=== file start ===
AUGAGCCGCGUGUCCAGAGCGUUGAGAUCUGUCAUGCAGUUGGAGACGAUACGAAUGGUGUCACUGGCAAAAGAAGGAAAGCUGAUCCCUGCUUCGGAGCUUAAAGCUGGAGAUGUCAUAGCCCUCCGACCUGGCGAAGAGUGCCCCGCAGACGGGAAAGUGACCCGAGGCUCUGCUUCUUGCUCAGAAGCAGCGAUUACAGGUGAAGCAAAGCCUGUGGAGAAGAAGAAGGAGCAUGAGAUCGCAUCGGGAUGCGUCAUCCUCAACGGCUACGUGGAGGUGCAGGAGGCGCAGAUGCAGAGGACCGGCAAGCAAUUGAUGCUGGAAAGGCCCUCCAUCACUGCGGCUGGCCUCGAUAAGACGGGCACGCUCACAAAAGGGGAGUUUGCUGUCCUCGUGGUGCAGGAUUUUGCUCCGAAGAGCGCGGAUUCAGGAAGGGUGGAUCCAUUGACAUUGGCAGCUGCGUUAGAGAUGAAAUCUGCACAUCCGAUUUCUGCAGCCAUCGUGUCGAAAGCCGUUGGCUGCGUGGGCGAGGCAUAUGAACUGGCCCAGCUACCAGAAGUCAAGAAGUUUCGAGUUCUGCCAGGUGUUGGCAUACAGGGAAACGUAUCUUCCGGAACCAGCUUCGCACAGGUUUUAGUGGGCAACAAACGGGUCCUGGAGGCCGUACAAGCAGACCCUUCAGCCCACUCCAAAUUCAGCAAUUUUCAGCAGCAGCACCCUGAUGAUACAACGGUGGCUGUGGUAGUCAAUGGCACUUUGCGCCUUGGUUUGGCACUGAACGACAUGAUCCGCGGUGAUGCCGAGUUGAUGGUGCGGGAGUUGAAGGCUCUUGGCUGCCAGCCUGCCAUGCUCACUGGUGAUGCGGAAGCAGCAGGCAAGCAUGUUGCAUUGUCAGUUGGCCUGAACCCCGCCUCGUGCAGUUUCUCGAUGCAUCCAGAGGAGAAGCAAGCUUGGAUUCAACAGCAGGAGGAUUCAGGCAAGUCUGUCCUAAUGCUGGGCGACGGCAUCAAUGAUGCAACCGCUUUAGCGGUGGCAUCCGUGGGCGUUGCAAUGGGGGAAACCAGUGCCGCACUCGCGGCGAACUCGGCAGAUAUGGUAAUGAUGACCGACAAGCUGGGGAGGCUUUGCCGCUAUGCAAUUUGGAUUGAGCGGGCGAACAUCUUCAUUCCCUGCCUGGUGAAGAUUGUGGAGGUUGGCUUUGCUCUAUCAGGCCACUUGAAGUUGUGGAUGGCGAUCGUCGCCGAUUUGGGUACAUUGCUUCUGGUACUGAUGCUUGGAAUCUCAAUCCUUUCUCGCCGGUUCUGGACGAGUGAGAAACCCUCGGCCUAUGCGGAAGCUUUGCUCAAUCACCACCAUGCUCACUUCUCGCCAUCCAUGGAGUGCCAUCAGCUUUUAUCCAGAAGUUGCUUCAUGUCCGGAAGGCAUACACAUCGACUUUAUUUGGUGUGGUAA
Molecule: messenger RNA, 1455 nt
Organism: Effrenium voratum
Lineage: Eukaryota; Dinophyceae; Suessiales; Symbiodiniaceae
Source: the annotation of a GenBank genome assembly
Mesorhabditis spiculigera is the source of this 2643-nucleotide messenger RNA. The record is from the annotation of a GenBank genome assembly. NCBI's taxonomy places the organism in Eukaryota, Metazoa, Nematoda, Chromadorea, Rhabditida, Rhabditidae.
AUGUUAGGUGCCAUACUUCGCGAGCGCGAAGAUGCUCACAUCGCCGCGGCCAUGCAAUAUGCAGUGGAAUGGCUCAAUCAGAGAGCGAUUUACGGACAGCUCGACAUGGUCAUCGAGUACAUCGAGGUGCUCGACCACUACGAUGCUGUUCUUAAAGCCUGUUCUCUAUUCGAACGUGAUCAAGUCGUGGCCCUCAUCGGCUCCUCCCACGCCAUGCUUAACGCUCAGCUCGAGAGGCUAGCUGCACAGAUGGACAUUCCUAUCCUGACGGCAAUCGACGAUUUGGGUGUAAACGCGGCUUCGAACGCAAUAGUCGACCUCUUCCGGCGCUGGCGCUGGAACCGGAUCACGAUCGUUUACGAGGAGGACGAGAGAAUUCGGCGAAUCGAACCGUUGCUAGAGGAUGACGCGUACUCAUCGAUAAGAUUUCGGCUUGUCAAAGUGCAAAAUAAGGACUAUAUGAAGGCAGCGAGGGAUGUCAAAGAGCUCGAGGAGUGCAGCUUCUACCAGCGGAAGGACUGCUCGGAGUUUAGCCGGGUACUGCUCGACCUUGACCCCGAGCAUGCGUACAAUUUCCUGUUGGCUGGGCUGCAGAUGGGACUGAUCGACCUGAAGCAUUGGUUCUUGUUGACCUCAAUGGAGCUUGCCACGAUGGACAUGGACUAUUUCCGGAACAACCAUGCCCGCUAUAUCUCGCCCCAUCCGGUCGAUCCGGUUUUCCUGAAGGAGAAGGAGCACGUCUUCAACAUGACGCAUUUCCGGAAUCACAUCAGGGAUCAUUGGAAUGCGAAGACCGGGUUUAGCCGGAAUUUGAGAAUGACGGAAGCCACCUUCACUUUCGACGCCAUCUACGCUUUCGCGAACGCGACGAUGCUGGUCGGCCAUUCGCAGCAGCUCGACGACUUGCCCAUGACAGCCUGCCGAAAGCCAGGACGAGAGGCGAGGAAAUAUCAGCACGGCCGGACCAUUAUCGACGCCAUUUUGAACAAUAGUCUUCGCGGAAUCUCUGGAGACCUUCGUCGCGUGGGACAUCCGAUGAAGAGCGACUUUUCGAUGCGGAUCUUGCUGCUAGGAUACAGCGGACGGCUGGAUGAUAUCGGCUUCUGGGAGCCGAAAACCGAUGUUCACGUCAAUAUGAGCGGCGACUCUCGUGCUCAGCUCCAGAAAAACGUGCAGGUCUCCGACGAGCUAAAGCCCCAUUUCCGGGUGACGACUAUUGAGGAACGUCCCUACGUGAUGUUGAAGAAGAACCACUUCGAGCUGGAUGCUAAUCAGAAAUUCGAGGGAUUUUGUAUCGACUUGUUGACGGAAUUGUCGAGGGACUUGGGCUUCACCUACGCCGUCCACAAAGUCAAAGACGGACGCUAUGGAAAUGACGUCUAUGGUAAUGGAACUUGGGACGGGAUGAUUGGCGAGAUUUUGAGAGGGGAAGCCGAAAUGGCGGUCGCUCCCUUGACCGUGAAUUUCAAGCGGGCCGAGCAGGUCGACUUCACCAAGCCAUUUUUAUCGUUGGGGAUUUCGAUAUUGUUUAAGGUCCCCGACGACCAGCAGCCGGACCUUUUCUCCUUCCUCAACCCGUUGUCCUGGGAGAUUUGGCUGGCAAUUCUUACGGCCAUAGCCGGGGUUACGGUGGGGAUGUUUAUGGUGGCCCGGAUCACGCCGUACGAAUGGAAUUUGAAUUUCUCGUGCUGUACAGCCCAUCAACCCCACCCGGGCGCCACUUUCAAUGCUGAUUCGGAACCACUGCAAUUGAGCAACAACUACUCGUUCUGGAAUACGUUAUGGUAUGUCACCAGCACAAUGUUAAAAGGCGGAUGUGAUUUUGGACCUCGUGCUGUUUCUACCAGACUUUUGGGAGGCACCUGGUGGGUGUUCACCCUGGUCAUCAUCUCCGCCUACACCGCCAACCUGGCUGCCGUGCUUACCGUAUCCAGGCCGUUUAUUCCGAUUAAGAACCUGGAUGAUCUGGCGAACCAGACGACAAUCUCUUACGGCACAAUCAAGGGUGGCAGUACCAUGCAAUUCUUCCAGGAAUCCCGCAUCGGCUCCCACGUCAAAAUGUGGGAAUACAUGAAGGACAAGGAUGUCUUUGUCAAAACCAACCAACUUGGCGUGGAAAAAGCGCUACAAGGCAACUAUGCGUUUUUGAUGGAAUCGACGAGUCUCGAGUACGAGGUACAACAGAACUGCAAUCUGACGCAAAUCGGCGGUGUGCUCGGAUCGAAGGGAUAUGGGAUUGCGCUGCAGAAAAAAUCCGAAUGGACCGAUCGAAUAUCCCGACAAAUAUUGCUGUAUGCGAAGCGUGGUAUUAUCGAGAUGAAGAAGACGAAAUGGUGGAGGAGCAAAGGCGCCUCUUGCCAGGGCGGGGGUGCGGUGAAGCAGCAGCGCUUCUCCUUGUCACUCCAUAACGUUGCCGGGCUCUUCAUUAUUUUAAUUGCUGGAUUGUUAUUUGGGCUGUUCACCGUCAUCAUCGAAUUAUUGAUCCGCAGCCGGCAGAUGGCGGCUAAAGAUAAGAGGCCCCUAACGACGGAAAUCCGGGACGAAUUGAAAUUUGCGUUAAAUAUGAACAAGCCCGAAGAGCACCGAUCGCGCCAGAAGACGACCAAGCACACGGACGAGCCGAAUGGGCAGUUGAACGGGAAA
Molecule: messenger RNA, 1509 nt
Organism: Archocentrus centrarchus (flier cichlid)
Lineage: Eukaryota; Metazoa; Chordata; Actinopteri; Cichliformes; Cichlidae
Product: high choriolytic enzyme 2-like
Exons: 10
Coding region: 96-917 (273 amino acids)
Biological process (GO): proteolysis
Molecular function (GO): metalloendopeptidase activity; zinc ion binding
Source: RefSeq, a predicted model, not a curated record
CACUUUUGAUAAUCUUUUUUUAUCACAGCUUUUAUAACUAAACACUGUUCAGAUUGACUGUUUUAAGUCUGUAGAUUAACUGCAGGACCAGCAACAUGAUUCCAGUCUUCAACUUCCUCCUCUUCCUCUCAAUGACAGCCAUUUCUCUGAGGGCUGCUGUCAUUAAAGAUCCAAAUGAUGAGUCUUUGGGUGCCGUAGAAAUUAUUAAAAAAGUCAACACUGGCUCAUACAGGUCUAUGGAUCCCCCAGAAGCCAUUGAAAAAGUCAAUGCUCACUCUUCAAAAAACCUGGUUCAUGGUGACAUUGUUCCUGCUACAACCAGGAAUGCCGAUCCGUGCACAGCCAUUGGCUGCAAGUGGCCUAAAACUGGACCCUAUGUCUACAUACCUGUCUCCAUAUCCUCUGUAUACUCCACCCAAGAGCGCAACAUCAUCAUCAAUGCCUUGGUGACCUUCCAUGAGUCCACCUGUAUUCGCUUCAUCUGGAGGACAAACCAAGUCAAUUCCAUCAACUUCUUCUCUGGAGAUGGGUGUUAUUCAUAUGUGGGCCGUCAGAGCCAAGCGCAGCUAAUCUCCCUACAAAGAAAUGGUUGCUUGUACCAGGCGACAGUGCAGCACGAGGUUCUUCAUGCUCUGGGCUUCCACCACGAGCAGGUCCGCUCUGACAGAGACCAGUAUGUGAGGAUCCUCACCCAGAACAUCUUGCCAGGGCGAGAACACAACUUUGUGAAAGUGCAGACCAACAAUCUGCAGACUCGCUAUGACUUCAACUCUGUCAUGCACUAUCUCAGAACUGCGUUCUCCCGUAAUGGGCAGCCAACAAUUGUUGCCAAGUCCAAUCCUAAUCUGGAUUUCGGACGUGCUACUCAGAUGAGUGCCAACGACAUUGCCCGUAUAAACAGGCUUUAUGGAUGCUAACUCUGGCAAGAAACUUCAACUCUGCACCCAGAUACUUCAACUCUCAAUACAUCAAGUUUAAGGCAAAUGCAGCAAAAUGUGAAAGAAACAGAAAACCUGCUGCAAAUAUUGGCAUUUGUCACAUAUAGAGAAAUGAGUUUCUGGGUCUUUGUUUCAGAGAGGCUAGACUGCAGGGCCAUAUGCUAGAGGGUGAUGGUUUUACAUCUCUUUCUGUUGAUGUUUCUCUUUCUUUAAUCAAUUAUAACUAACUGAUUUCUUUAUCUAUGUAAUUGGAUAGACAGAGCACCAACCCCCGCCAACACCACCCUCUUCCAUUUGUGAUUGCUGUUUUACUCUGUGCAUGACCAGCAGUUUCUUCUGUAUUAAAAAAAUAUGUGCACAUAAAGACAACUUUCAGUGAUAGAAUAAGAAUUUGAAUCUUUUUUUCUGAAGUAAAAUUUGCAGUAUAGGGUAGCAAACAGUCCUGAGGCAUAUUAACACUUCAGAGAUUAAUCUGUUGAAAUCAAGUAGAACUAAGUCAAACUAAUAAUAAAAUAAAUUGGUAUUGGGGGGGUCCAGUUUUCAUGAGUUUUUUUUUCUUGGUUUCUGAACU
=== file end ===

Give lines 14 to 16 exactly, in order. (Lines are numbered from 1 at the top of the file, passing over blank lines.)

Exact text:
Biological process (GO): proteolysis
Molecular function (GO): metalloendopeptidase activity; zinc ion binding
Source: RefSeq, a predicted model, not a curated record